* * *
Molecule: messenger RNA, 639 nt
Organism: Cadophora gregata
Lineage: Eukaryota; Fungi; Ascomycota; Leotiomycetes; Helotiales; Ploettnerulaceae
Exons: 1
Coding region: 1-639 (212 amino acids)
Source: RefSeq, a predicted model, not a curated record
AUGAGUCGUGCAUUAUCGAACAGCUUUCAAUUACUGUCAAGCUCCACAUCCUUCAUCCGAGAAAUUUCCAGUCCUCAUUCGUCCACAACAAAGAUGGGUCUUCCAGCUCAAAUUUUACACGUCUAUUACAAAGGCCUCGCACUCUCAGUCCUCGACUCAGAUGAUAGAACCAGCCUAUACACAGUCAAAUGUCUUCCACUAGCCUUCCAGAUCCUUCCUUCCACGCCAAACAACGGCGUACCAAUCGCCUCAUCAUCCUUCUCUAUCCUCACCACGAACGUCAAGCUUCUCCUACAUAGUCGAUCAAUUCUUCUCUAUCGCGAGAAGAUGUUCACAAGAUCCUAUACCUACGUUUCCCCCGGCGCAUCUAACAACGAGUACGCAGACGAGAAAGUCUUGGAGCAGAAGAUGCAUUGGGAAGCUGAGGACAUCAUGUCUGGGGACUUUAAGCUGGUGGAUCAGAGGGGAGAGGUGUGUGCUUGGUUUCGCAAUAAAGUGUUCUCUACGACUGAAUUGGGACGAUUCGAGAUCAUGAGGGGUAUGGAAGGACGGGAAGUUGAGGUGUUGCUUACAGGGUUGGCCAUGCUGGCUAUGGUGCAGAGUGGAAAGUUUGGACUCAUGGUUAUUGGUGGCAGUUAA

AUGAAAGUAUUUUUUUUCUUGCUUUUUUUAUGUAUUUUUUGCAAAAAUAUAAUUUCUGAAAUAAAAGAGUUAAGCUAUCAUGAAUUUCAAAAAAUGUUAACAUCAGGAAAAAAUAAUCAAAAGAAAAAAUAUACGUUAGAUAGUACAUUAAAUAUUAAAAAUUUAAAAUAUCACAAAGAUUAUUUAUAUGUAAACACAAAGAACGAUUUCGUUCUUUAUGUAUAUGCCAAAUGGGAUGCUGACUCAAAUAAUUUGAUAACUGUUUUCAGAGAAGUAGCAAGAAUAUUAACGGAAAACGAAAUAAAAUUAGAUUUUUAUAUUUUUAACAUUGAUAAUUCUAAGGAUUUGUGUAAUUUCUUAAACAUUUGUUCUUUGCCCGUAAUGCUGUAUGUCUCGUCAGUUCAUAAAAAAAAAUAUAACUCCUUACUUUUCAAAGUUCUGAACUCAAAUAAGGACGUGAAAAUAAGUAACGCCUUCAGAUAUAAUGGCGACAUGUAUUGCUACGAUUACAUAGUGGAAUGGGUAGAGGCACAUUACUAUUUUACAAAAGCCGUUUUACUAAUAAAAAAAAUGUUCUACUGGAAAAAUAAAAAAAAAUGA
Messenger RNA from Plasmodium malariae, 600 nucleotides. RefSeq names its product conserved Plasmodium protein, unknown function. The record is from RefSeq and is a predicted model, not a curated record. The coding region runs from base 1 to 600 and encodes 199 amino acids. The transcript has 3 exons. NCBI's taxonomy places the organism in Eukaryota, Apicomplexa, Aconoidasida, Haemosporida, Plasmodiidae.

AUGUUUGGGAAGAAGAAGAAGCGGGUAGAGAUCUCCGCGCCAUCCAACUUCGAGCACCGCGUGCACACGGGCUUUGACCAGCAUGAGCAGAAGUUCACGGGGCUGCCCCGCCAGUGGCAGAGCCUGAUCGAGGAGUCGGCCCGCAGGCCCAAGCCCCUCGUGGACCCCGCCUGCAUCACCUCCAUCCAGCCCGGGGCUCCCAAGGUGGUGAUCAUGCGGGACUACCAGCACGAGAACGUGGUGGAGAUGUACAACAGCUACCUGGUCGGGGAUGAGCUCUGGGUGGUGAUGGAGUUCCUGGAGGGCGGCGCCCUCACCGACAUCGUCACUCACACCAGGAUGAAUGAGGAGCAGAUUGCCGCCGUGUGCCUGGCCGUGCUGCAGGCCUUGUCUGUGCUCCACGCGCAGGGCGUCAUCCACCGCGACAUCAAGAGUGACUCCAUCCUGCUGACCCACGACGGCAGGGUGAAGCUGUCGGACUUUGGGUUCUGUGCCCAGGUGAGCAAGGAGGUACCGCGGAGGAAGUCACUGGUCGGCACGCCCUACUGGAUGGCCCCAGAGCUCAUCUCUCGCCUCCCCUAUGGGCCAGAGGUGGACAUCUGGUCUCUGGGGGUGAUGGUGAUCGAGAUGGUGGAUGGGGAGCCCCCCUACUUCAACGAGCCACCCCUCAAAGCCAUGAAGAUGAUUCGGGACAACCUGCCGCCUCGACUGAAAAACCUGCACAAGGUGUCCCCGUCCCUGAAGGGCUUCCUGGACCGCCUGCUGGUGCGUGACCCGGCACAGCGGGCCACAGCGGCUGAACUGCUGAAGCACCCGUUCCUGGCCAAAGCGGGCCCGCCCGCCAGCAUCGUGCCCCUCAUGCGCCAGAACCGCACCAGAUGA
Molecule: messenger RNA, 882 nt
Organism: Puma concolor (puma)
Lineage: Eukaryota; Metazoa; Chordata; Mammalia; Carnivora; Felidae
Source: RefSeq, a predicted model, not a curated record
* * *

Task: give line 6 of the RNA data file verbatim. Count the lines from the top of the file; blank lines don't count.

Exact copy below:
Source: RefSeq, a predicted model, not a curated record